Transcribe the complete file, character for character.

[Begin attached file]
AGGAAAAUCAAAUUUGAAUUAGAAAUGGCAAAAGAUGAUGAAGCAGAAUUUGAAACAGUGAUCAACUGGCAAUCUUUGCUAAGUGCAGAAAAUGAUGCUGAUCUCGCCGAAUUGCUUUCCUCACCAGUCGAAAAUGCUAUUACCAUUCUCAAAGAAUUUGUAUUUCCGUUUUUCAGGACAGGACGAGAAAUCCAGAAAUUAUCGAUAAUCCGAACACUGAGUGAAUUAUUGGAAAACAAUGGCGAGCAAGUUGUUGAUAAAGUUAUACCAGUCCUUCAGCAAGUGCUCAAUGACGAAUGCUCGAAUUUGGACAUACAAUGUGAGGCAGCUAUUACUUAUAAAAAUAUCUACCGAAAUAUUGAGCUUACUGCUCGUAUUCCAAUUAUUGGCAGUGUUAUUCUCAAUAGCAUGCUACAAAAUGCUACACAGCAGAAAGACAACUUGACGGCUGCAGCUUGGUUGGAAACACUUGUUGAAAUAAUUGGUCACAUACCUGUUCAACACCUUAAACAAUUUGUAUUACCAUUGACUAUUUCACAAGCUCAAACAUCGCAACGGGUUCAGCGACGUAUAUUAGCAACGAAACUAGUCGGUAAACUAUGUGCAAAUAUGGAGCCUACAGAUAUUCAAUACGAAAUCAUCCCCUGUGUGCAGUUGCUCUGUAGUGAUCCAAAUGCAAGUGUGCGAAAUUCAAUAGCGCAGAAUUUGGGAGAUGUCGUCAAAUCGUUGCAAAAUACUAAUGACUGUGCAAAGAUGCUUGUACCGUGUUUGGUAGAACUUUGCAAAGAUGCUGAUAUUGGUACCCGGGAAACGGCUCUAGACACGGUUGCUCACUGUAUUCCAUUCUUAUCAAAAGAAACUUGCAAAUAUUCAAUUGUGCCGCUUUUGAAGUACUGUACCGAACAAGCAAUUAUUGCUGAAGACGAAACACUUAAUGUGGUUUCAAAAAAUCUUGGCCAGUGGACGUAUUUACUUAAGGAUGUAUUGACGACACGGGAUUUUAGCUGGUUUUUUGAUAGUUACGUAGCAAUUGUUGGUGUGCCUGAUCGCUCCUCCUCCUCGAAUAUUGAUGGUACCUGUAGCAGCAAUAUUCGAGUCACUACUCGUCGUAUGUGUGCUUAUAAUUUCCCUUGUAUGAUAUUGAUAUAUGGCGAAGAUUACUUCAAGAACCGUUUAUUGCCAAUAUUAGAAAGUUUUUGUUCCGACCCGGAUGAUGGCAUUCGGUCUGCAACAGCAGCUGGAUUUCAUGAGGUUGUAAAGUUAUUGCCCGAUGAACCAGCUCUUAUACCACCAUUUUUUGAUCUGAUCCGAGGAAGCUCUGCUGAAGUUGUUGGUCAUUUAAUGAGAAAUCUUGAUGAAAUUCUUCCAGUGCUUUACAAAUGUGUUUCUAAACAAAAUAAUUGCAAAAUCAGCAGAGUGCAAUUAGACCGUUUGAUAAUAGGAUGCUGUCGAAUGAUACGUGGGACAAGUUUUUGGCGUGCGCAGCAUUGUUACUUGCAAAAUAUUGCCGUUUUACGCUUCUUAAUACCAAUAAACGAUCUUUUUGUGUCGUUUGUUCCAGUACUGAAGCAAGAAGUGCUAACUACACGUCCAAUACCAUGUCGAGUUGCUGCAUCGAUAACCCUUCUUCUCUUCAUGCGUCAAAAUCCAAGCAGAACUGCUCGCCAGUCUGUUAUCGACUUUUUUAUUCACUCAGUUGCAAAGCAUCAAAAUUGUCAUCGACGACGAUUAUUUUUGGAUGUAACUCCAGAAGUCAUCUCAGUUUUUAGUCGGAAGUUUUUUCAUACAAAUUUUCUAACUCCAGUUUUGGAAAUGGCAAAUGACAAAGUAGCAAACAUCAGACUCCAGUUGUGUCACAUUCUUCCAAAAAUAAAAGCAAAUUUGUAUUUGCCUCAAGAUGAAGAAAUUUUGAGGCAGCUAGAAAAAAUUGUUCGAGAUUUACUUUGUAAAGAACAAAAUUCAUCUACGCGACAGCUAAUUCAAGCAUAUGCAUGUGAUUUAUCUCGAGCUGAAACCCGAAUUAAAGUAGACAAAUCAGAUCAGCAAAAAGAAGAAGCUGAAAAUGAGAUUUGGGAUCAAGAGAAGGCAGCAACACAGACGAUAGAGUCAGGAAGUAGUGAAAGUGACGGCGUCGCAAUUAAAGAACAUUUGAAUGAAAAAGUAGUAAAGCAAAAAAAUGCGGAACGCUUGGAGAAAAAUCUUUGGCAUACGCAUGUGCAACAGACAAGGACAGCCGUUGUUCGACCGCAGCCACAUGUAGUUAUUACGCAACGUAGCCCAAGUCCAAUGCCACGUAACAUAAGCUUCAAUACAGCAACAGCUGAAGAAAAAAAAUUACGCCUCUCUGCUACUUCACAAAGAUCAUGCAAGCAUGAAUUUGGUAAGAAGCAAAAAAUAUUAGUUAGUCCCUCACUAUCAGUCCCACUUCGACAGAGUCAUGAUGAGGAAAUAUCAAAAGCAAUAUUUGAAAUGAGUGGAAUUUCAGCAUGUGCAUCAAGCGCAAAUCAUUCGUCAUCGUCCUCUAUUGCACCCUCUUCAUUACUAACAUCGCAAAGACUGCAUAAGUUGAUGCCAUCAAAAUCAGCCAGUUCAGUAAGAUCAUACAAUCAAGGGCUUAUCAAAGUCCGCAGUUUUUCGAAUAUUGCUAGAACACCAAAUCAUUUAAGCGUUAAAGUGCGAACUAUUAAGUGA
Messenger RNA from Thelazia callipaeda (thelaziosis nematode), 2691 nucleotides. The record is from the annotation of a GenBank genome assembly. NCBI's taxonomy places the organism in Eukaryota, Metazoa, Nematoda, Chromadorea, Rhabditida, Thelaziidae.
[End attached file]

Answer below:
AGGAAAAUCAAAUUUGAAUUAGAAAUGGCAAAAGAUGAUGAAGCAGAAUUUGAAACAGUGAUCAACUGGCAAUCUUUGCUAAGUGCAGAAAAUGAUGCUGAUCUCGCCGAAUUGCUUUCCUCACCAGUCGAAAAUGCUAUUACCAUUCUCAAAGAAUUUGUAUUUCCGUUUUUCAGGACAGGACGAGAAAUCCAGAAAUUAUCGAUAAUCCGAACACUGAGUGAAUUAUUGGAAAACAAUGGCGAGCAAGUUGUUGAUAAAGUUAUACCAGUCCUUCAGCAAGUGCUCAAUGACGAAUGCUCGAAUUUGGACAUACAAUGUGAGGCAGCUAUUACUUAUAAAAAUAUCUACCGAAAUAUUGAGCUUACUGCUCGUAUUCCAAUUAUUGGCAGUGUUAUUCUCAAUAGCAUGCUACAAAAUGCUACACAGCAGAAAGACAACUUGACGGCUGCAGCUUGGUUGGAAACACUUGUUGAAAUAAUUGGUCACAUACCUGUUCAACACCUUAAACAAUUUGUAUUACCAUUGACUAUUUCACAAGCUCAAACAUCGCAACGGGUUCAGCGACGUAUAUUAGCAACGAAACUAGUCGGUAAACUAUGUGCAAAUAUGGAGCCUACAGAUAUUCAAUACGAAAUCAUCCCCUGUGUGCAGUUGCUCUGUAGUGAUCCAAAUGCAAGUGUGCGAAAUUCAAUAGCGCAGAAUUUGGGAGAUGUCGUCAAAUCGUUGCAAAAUACUAAUGACUGUGCAAAGAUGCUUGUACCGUGUUUGGUAGAACUUUGCAAAGAUGCUGAUAUUGGUACCCGGGAAACGGCUCUAGACACGGUUGCUCACUGUAUUCCAUUCUUAUCAAAAGAAACUUGCAAAUAUUCAAUUGUGCCGCUUUUGAAGUACUGUACCGAACAAGCAAUUAUUGCUGAAGACGAAACACUUAAUGUGGUUUCAAAAAAUCUUGGCCAGUGGACGUAUUUACUUAAGGAUGUAUUGACGACACGGGAUUUUAGCUGGUUUUUUGAUAGUUACGUAGCAAUUGUUGGUGUGCCUGAUCGCUCCUCCUCCUCGAAUAUUGAUGGUACCUGUAGCAGCAAUAUUCGAGUCACUACUCGUCGUAUGUGUGCUUAUAAUUUCCCUUGUAUGAUAUUGAUAUAUGGCGAAGAUUACUUCAAGAACCGUUUAUUGCCAAUAUUAGAAAGUUUUUGUUCCGACCCGGAUGAUGGCAUUCGGUCUGCAACAGCAGCUGGAUUUCAUGAGGUUGUAAAGUUAUUGCCCGAUGAACCAGCUCUUAUACCACCAUUUUUUGAUCUGAUCCGAGGAAGCUCUGCUGAAGUUGUUGGUCAUUUAAUGAGAAAUCUUGAUGAAAUUCUUCCAGUGCUUUACAAAUGUGUUUCUAAACAAAAUAAUUGCAAAAUCAGCAGAGUGCAAUUAGACCGUUUGAUAAUAGGAUGCUGUCGAAUGAUACGUGGGACAAGUUUUUGGCGUGCGCAGCAUUGUUACUUGCAAAAUAUUGCCGUUUUACGCUUCUUAAUACCAAUAAACGAUCUUUUUGUGUCGUUUGUUCCAGUACUGAAGCAAGAAGUGCUAACUACACGUCCAAUACCAUGUCGAGUUGCUGCAUCGAUAACCCUUCUUCUCUUCAUGCGUCAAAAUCCAAGCAGAACUGCUCGCCAGUCUGUUAUCGACUUUUUUAUUCACUCAGUUGCAAAGCAUCAAAAUUGUCAUCGACGACGAUUAUUUUUGGAUGUAACUCCAGAAGUCAUCUCAGUUUUUAGUCGGAAGUUUUUUCAUACAAAUUUUCUAACUCCAGUUUUGGAAAUGGCAAAUGACAAAGUAGCAAACAUCAGACUCCAGUUGUGUCACAUUCUUCCAAAAAUAAAAGCAAAUUUGUAUUUGCCUCAAGAUGAAGAAAUUUUGAGGCAGCUAGAAAAAAUUGUUCGAGAUUUACUUUGUAAAGAACAAAAUUCAUCUACGCGACAGCUAAUUCAAGCAUAUGCAUGUGAUUUAUCUCGAGCUGAAACCCGAAUUAAAGUAGACAAAUCAGAUCAGCAAAAAGAAGAAGCUGAAAAUGAGAUUUGGGAUCAAGAGAAGGCAGCAACACAGACGAUAGAGUCAGGAAGUAGUGAAAGUGACGGCGUCGCAAUUAAAGAACAUUUGAAUGAAAAAGUAGUAAAGCAAAAAAAUGCGGAACGCUUGGAGAAAAAUCUUUGGCAUACGCAUGUGCAACAGACAAGGACAGCCGUUGUUCGACCGCAGCCACAUGUAGUUAUUACGCAACGUAGCCCAAGUCCAAUGCCACGUAACAUAAGCUUCAAUACAGCAACAGCUGAAGAAAAAAAAUUACGCCUCUCUGCUACUUCACAAAGAUCAUGCAAGCAUGAAUUUGGUAAGAAGCAAAAAAUAUUAGUUAGUCCCUCACUAUCAGUCCCACUUCGACAGAGUCAUGAUGAGGAAAUAUCAAAAGCAAUAUUUGAAAUGAGUGGAAUUUCAGCAUGUGCAUCAAGCGCAAAUCAUUCGUCAUCGUCCUCUAUUGCACCCUCUUCAUUACUAACAUCGCAAAGACUGCAUAAGUUGAUGCCAUCAAAAUCAGCCAGUUCAGUAAGAUCAUACAAUCAAGGGCUUAUCAAAGUCCGCAGUUUUUCGAAUAUUGCUAGAACACCAAAUCAUUUAAGCGUUAAAGUGCGAACUAUUAAGUGA
Messenger RNA from Thelazia callipaeda (thelaziosis nematode), 2691 nucleotides. The record is from the annotation of a GenBank genome assembly. NCBI's taxonomy places the organism in Eukaryota, Metazoa, Nematoda, Chromadorea, Rhabditida, Thelaziidae.